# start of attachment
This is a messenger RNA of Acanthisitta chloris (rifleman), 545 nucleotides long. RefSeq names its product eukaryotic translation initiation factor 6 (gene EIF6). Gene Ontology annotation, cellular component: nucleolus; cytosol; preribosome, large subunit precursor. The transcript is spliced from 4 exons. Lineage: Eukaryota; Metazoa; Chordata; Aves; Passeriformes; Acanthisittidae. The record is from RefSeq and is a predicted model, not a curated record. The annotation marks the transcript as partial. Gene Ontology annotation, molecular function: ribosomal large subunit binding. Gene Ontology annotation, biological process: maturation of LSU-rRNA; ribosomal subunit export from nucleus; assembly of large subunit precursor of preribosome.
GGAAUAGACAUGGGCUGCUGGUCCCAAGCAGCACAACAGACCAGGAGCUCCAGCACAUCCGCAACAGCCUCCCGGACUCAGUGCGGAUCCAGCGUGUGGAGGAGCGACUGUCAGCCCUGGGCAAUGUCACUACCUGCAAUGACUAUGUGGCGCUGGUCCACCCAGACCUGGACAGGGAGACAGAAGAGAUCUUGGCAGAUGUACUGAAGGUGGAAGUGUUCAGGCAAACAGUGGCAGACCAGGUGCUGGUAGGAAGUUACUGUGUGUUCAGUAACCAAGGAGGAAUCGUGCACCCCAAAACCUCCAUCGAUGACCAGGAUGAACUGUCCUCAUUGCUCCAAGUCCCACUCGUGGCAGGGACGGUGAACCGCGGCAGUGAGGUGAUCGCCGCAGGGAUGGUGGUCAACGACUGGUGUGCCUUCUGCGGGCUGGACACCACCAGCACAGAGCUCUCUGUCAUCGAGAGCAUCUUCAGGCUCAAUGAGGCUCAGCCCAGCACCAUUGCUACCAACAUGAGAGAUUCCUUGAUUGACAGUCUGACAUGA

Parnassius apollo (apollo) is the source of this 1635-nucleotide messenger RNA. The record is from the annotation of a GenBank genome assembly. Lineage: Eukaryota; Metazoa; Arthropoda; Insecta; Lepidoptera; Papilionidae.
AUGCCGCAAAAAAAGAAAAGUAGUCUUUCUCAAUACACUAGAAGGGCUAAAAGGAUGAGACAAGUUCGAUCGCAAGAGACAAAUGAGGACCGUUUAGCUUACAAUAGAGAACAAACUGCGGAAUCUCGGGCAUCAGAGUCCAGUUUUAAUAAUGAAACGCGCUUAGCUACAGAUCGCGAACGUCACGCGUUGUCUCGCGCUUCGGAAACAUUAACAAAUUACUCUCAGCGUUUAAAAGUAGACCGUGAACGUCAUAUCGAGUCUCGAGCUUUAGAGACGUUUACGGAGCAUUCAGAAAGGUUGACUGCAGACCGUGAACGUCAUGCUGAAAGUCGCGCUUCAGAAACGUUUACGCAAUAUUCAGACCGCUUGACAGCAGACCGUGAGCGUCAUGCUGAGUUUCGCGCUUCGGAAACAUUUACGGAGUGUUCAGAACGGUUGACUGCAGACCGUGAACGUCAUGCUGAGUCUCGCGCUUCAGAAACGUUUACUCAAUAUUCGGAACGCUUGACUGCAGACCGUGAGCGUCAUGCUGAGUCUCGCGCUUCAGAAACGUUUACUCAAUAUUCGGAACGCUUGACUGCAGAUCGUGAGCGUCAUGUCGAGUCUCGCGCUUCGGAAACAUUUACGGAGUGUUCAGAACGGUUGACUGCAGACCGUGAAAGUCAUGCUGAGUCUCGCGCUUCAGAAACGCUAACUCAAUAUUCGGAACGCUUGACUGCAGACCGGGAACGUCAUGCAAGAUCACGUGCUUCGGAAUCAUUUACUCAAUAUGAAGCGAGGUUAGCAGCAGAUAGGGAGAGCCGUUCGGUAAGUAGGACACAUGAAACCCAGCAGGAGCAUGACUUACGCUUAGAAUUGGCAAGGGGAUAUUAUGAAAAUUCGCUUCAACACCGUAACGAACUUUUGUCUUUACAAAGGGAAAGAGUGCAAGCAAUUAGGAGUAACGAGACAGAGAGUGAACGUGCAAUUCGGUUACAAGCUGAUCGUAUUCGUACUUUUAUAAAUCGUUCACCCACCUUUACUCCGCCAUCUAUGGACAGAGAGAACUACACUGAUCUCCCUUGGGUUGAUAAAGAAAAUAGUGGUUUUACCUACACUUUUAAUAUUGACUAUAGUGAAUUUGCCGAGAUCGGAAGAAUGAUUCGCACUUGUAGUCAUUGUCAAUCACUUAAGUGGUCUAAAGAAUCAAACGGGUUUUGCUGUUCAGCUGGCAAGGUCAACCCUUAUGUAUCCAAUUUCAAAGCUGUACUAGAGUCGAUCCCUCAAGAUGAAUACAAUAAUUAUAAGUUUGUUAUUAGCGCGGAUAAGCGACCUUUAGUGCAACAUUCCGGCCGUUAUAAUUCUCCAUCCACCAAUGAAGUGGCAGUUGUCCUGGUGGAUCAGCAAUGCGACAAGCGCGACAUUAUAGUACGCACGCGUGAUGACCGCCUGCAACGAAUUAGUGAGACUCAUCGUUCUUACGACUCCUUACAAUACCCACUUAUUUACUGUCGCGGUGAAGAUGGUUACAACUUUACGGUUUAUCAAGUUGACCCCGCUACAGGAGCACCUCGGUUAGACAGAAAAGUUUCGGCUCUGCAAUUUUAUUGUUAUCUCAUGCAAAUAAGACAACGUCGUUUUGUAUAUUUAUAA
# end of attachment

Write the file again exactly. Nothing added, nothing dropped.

This is a messenger RNA of Acanthisitta chloris (rifleman), 545 nucleotides long. RefSeq names its product eukaryotic translation initiation factor 6 (gene EIF6). Gene Ontology annotation, cellular component: nucleolus; cytosol; preribosome, large subunit precursor. The transcript is spliced from 4 exons. Lineage: Eukaryota; Metazoa; Chordata; Aves; Passeriformes; Acanthisittidae. The record is from RefSeq and is a predicted model, not a curated record. The annotation marks the transcript as partial. Gene Ontology annotation, molecular function: ribosomal large subunit binding. Gene Ontology annotation, biological process: maturation of LSU-rRNA; ribosomal subunit export from nucleus; assembly of large subunit precursor of preribosome.
GGAAUAGACAUGGGCUGCUGGUCCCAAGCAGCACAACAGACCAGGAGCUCCAGCACAUCCGCAACAGCCUCCCGGACUCAGUGCGGAUCCAGCGUGUGGAGGAGCGACUGUCAGCCCUGGGCAAUGUCACUACCUGCAAUGACUAUGUGGCGCUGGUCCACCCAGACCUGGACAGGGAGACAGAAGAGAUCUUGGCAGAUGUACUGAAGGUGGAAGUGUUCAGGCAAACAGUGGCAGACCAGGUGCUGGUAGGAAGUUACUGUGUGUUCAGUAACCAAGGAGGAAUCGUGCACCCCAAAACCUCCAUCGAUGACCAGGAUGAACUGUCCUCAUUGCUCCAAGUCCCACUCGUGGCAGGGACGGUGAACCGCGGCAGUGAGGUGAUCGCCGCAGGGAUGGUGGUCAACGACUGGUGUGCCUUCUGCGGGCUGGACACCACCAGCACAGAGCUCUCUGUCAUCGAGAGCAUCUUCAGGCUCAAUGAGGCUCAGCCCAGCACCAUUGCUACCAACAUGAGAGAUUCCUUGAUUGACAGUCUGACAUGA

Parnassius apollo (apollo) is the source of this 1635-nucleotide messenger RNA. The record is from the annotation of a GenBank genome assembly. Lineage: Eukaryota; Metazoa; Arthropoda; Insecta; Lepidoptera; Papilionidae.
AUGCCGCAAAAAAAGAAAAGUAGUCUUUCUCAAUACACUAGAAGGGCUAAAAGGAUGAGACAAGUUCGAUCGCAAGAGACAAAUGAGGACCGUUUAGCUUACAAUAGAGAACAAACUGCGGAAUCUCGGGCAUCAGAGUCCAGUUUUAAUAAUGAAACGCGCUUAGCUACAGAUCGCGAACGUCACGCGUUGUCUCGCGCUUCGGAAACAUUAACAAAUUACUCUCAGCGUUUAAAAGUAGACCGUGAACGUCAUAUCGAGUCUCGAGCUUUAGAGACGUUUACGGAGCAUUCAGAAAGGUUGACUGCAGACCGUGAACGUCAUGCUGAAAGUCGCGCUUCAGAAACGUUUACGCAAUAUUCAGACCGCUUGACAGCAGACCGUGAGCGUCAUGCUGAGUUUCGCGCUUCGGAAACAUUUACGGAGUGUUCAGAACGGUUGACUGCAGACCGUGAACGUCAUGCUGAGUCUCGCGCUUCAGAAACGUUUACUCAAUAUUCGGAACGCUUGACUGCAGACCGUGAGCGUCAUGCUGAGUCUCGCGCUUCAGAAACGUUUACUCAAUAUUCGGAACGCUUGACUGCAGAUCGUGAGCGUCAUGUCGAGUCUCGCGCUUCGGAAACAUUUACGGAGUGUUCAGAACGGUUGACUGCAGACCGUGAAAGUCAUGCUGAGUCUCGCGCUUCAGAAACGCUAACUCAAUAUUCGGAACGCUUGACUGCAGACCGGGAACGUCAUGCAAGAUCACGUGCUUCGGAAUCAUUUACUCAAUAUGAAGCGAGGUUAGCAGCAGAUAGGGAGAGCCGUUCGGUAAGUAGGACACAUGAAACCCAGCAGGAGCAUGACUUACGCUUAGAAUUGGCAAGGGGAUAUUAUGAAAAUUCGCUUCAACACCGUAACGAACUUUUGUCUUUACAAAGGGAAAGAGUGCAAGCAAUUAGGAGUAACGAGACAGAGAGUGAACGUGCAAUUCGGUUACAAGCUGAUCGUAUUCGUACUUUUAUAAAUCGUUCACCCACCUUUACUCCGCCAUCUAUGGACAGAGAGAACUACACUGAUCUCCCUUGGGUUGAUAAAGAAAAUAGUGGUUUUACCUACACUUUUAAUAUUGACUAUAGUGAAUUUGCCGAGAUCGGAAGAAUGAUUCGCACUUGUAGUCAUUGUCAAUCACUUAAGUGGUCUAAAGAAUCAAACGGGUUUUGCUGUUCAGCUGGCAAGGUCAACCCUUAUGUAUCCAAUUUCAAAGCUGUACUAGAGUCGAUCCCUCAAGAUGAAUACAAUAAUUAUAAGUUUGUUAUUAGCGCGGAUAAGCGACCUUUAGUGCAACAUUCCGGCCGUUAUAAUUCUCCAUCCACCAAUGAAGUGGCAGUUGUCCUGGUGGAUCAGCAAUGCGACAAGCGCGACAUUAUAGUACGCACGCGUGAUGACCGCCUGCAACGAAUUAGUGAGACUCAUCGUUCUUACGACUCCUUACAAUACCCACUUAUUUACUGUCGCGGUGAAGAUGGUUACAACUUUACGGUUUAUCAAGUUGACCCCGCUACAGGAGCACCUCGGUUAGACAGAAAAGUUUCGGCUCUGCAAUUUUAUUGUUAUCUCAUGCAAAUAAGACAACGUCGUUUUGUAUAUUUAUAA